One privilege of this job is that I get to travel around the country and hear a lot of thoughts about important topics that are of significance for the industry. There are many top-tier contractors, wholesalers and manufacturers and their respective associations that do some deep thinking that go way beyond just trying to move boxes through the distribution channels.

So here are, in no particular order, three significant issues that I believe call out for the industry’s attention: on-board diagnostics on equipment, on-demand local home services, i.e., the “Uberization” of HVAC contracting, and the Internet of Things in the form of a connected and communicating home.

This is an untapped market without an identifiable single-source provider. We do not, however, want that provider to become the cable guy.

Standardized on-board diagnostics for commissioning and re-commissioning would be helpful on a number of fronts, especially for addressing skilled manpower shortages. It would also be a precursor to attaching packaged equipment to the Internet of Things.

Equipment will continue to become more complicated, thus the need for a common protocol. On-board diagnostics would make sure that equipment actually operates correctly to OEM parameters. Some of that’s available today as proprietary systems, but there’s no open, compatible protocol. OEMs’ on-board diagnostics should probably be subject to certification and service technicians will need to be certified to work on OBD.

All of this will cost money, so the industry would have to seek credits or cost offsets from efficiency advocates like electric and gas utilities or the Department of Energy.

Regarding the connected home market, the key question is, how can HVAC contractors own this market, especially the service aspect? This is an untapped market without an identifiable single-source provider. We do not, however, want that provider to become the cable guy. As a start, OEMs have to develop equipment that will work with an open communications protocol. Top-tier contractors will need to develop additional skillsets in home security, door locks or garage door openers, all easy things to do for contractors accustomed to dealing with more complicated systems. This should be a no-brainer for contractors who are already involved in the home performance market.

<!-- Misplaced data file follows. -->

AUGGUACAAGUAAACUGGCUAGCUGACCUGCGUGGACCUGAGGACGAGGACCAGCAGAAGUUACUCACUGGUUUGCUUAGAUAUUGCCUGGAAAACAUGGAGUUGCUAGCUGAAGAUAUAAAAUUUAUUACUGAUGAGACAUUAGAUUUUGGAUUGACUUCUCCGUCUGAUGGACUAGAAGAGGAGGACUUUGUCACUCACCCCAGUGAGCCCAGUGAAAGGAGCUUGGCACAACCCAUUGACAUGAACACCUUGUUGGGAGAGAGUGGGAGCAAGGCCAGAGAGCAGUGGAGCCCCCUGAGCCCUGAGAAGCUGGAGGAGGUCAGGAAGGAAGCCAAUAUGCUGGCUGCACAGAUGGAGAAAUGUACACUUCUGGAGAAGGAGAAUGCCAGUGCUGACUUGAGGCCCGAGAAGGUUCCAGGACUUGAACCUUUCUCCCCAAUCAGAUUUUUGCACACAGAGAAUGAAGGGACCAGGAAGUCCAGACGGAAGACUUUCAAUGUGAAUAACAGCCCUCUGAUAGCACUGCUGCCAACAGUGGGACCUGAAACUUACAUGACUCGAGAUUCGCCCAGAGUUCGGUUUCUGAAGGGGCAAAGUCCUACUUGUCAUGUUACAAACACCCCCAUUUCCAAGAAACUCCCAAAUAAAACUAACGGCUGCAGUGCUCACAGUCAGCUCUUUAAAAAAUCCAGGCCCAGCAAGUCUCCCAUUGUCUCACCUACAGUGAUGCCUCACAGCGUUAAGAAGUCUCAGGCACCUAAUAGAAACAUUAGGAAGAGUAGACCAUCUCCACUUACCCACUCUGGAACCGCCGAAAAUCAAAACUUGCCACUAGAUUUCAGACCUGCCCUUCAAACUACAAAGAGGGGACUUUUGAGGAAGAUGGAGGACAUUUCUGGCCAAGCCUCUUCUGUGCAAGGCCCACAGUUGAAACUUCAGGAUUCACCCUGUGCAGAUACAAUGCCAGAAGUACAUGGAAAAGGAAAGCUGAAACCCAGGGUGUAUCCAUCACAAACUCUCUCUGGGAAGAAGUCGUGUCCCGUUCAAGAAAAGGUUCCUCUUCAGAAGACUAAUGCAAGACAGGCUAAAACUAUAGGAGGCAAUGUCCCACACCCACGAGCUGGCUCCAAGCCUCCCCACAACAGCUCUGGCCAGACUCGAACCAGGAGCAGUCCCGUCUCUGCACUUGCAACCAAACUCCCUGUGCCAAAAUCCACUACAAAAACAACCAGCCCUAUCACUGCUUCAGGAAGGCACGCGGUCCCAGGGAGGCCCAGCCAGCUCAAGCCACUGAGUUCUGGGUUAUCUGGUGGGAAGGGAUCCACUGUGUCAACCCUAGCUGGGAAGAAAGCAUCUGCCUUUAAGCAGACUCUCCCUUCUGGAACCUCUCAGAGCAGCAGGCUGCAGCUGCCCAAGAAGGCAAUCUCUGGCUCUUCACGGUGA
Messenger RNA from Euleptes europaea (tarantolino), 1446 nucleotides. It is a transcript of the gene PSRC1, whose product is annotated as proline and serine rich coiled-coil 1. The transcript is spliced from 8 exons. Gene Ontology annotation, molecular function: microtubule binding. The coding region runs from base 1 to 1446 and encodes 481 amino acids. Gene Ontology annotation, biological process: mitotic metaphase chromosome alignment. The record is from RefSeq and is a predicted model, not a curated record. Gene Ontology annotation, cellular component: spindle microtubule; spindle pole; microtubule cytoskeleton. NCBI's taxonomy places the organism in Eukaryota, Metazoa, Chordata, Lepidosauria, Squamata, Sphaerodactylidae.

Contractors need to remember, however, that homeowners are not buying furnaces and door locks — they’re buying the peace of mind that comes from controlling their home. This will happen, because homeowners will want it, and because EPA and DOE may mandate it later. Electric utilities will love this, because it fits in with their smart grid strategy, so they may provide incentives.

The Uberization of the on-demand home services market is a bit stickier for contractors, because it’s both here, in the form of Amazon Home Services, and it’s not. I’m sure we’ll see more apps in the near future, but we have no idea what they will look like. An Uber ride is a straightforward journey from Point A to Point B, but HVAC service is 100 times more complicated. That’s why contractors don’t quote prices over the phone. It depends. The homeowner’s assessment of the situation is often wrong.

This will happen, just like the connected home market. There’s venture capital money behind this, plus homeowners will want it. Contractors will have to figure out how they want to interface with this segment of the market.  

Here’s one other issue that I want to toss out there: benchmarking contractor financials. I heard one contractor say, “Bill me now!” This is a profit opportunity for somebody in the industry. There’s some of this going on with associations or contractor mix groups but the financial data isn’t that comprehensive across contractors of different sizes and markets. Gathering such information would be a big, expensive job, but I believe there’s a market for it.

All of these issues will have a significant impact on the businesses of HVAC contractors. I hope they receive the attention they deserve.

 

Bob Mader is editorial director of ContractingBusiness.com, CONTRACTOR, and HPAC Engineering magazines.